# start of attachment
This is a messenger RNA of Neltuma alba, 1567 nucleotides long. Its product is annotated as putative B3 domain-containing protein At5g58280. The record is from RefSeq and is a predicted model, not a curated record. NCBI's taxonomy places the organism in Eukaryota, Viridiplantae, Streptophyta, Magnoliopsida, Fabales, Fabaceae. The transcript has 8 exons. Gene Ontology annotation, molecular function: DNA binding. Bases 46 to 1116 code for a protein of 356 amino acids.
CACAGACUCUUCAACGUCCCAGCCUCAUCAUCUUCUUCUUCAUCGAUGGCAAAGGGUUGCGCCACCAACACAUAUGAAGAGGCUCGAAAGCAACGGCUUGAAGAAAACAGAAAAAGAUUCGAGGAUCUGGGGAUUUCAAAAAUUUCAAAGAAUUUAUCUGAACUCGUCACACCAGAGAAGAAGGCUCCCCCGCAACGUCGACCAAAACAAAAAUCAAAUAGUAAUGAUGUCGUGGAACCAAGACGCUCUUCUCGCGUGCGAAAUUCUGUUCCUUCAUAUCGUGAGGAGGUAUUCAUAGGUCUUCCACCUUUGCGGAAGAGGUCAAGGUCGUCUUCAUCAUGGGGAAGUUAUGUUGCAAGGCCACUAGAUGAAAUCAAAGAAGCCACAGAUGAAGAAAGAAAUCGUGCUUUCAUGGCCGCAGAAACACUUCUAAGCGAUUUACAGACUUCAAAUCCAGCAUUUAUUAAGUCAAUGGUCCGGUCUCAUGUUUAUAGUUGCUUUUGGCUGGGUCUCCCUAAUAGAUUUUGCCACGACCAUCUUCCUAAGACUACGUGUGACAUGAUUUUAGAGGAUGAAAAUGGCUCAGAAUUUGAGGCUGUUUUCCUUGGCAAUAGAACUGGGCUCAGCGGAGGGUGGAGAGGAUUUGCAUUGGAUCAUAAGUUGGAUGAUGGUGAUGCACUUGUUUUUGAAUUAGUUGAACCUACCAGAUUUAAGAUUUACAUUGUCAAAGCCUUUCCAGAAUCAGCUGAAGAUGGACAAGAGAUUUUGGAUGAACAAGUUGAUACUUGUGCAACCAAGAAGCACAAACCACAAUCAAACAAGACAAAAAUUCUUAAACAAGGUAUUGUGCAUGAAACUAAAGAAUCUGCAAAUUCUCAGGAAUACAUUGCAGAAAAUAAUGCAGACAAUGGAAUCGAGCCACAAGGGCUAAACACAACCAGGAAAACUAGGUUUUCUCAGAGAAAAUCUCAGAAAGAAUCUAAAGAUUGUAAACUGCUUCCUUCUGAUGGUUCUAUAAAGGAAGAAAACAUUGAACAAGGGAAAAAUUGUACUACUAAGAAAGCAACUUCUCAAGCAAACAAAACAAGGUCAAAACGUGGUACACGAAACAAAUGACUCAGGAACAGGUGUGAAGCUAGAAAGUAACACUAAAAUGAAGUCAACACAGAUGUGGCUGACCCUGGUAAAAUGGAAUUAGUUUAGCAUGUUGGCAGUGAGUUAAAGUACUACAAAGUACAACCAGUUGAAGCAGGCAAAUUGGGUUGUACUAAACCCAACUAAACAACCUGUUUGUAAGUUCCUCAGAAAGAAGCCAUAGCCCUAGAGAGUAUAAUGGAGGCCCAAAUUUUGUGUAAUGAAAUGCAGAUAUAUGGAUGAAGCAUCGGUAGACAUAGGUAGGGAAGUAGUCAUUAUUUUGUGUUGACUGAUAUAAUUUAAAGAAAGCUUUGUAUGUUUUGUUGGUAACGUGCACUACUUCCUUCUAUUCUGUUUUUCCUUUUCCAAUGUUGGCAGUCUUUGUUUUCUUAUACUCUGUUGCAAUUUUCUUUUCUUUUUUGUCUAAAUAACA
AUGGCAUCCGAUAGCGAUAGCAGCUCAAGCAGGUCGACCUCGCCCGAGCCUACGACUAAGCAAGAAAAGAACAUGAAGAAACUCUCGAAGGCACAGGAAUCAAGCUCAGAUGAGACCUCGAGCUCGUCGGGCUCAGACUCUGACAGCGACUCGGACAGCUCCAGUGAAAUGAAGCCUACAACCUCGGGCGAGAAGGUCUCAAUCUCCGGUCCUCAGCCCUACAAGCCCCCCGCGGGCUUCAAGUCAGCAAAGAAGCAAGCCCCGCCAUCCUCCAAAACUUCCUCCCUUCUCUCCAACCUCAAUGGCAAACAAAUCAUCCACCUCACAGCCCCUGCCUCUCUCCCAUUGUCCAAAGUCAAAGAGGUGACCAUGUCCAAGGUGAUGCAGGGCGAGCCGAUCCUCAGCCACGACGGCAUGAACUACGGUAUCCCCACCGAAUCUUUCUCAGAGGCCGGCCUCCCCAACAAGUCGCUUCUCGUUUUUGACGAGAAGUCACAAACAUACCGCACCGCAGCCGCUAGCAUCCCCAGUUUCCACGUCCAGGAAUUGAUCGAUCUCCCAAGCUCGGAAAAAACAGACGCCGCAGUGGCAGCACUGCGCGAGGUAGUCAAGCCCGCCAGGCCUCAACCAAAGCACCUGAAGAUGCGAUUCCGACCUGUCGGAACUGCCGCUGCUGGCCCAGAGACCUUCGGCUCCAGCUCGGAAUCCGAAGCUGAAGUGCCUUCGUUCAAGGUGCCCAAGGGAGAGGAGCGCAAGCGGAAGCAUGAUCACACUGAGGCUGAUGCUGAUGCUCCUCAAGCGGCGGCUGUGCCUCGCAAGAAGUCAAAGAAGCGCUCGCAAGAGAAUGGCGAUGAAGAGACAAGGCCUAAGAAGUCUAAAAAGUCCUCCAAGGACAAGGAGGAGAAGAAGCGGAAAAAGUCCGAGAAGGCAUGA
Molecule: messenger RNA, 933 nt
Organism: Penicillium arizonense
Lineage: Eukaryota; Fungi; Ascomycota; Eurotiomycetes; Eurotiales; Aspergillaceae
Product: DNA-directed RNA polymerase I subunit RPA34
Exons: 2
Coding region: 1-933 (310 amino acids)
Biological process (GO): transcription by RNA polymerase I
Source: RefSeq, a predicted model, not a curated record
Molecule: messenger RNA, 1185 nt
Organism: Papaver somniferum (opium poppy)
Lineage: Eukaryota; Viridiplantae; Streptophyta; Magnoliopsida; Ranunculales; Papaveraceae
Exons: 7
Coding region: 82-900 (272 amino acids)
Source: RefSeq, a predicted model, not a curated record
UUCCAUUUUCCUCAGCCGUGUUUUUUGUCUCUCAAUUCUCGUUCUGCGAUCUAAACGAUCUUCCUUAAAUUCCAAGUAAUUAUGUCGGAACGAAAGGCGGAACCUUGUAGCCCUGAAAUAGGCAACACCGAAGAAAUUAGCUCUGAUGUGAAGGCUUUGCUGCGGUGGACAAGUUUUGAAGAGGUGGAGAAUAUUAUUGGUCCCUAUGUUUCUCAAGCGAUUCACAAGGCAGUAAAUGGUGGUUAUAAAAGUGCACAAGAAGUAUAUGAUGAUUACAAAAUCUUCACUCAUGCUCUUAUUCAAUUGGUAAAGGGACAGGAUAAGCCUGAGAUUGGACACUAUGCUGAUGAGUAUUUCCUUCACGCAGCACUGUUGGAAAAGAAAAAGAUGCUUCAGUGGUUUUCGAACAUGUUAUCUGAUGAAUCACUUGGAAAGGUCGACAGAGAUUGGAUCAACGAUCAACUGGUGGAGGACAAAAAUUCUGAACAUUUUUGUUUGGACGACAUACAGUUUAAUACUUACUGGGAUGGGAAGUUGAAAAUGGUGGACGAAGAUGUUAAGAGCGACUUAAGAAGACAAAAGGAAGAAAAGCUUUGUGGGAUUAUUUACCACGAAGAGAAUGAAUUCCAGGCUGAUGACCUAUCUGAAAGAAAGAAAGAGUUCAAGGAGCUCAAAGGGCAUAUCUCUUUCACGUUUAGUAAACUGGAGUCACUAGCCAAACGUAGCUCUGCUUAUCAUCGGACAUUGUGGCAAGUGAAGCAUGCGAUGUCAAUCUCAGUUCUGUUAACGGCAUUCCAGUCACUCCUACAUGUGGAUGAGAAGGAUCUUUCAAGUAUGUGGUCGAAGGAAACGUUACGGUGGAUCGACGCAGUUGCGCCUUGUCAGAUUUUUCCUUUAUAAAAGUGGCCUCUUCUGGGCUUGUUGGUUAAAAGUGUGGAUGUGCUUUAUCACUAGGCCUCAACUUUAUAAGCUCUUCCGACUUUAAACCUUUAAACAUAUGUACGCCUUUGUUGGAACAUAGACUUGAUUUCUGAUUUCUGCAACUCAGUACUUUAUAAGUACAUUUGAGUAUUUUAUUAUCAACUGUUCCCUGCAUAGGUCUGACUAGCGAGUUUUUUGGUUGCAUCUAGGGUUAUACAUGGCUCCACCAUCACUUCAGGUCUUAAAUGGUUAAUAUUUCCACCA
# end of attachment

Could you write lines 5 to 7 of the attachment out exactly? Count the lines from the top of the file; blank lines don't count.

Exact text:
Organism: Penicillium arizonense
Lineage: Eukaryota; Fungi; Ascomycota; Eurotiomycetes; Eurotiales; Aspergillaceae
Product: DNA-directed RNA polymerase I subunit RPA34